Area law enforcement chimes in on new fireworks law





USA Fireworks has a stand located in the outskirts of the parking lot of K-Mart at Belsay Road and Court Street. They sell consumer fireworks.

USA Fireworks has a stand located in the outskirts of the parking lot of K-Mart at Belsay Road and Court Street. They sell consumer fireworks.

GENESEE COUNTY — A new state law, Act 256 of 2011, regarding the sale of fireworks went into effect Jan. 1.

The law regulates the sale of consumer fireworks, a grade of explosives which include roman candles, bottle rockets, missile-type rockets and arial fireworks.

According to City of Burton’s attorney Richard Austin, the law recognizes 30 days in which consumer fireworks are allowed. This includes 10 national holidays and the day before and the day after each. The holidays include:

• New Year’s Day • Martin Luther King Jr. Day • Washington’s Birthday • Memorial Day • Independence Day • Labor Day • Columbus Day • Veterans Day • Thanksgiving Day • Christmas Day

Earlier this month legislature passed a bill that increases fines for repeat violations to the firework law. This includes selling without a certificate, not turning in safety fees to the state and selling fireworks to minors. The bill also prevents minors from having fireworks. The maximum fine for the civil infraction is $500 and up to 90 days in jail.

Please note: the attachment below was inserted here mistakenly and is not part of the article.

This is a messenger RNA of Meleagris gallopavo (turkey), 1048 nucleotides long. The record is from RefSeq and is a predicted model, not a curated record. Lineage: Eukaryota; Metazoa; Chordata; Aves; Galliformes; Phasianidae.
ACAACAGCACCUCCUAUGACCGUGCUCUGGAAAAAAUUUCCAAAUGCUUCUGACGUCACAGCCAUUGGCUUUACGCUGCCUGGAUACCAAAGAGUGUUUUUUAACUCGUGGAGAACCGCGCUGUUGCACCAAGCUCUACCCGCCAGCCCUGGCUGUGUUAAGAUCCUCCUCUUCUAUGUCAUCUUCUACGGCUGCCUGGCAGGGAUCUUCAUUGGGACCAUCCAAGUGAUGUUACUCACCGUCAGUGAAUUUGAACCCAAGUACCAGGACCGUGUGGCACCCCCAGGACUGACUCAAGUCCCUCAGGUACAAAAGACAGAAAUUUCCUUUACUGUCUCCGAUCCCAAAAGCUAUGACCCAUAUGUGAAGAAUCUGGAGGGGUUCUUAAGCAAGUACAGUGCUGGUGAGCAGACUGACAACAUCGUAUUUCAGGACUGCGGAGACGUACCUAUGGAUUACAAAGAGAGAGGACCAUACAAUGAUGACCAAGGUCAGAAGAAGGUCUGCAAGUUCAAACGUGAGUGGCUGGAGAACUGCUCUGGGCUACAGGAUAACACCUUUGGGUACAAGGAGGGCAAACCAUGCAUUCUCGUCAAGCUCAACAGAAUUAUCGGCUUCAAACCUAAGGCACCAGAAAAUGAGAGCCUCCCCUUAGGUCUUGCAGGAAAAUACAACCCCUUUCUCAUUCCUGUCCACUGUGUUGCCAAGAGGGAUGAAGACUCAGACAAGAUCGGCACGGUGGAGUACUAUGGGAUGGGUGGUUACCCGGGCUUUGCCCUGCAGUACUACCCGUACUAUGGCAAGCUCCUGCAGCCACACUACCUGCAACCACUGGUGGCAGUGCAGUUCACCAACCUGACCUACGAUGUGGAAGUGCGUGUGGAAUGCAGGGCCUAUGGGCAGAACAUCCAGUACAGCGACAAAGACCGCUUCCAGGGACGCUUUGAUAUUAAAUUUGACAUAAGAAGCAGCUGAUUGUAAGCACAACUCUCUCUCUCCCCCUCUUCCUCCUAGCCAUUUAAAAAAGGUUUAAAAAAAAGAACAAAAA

Recently, the City of Burton introduced a moratorium that would enforce the state law. Before the new state law went into effect Burton only allowed the smaller fireworks like sparklers and ground fireworks that “do not spin or shoot in the air.”

Austin said the new state law is a curious piece of legislation.

“I only would have wished that the statute had addressed an answer to several of the questions unanswered,” said Austin. “One question is whether or not the local municipalities can enforce our noise ordinance.”

According to Austin, it could be one year to 18 months before the appellate courts make a decision regarding the noise ordinances.

Burton Fire Chief Doug Halstead said the new state law is not written in a manner that is conducive to a “good neighbor policy.”

According to Halstead, the fire department’s role in overseeing the fireworks has been taken out with the new law.

In a report by the National Fire Protection Association, in 2010 there were 15,500 reported fires due to fireworks with 8,600 to injuries that required hospitalization.

Burton resident Jeff Gaylord is vending for USA Fireworks at the corner of Belsay Road and Court Street.

“The new law created a job opportunity,” he said. “It was a serendipity type of thing.”

Shawn Duncanson, Burton Police officer, has not had problems with the new fireworks law at this time. He said he is waiting for the 4th of July.

“The noise ordinances will be effected,” he said. “We are going to be put into a spot and we are going to have to come up with a policy.”

Halstead said the police departments are stretched and they don’t have the time to spend on neighbor complaints and noise ordinances.

“I think its going be really hard on the police department,” said Halstead.


Leave a Reply

Your email address will not be published. Required fields are marked *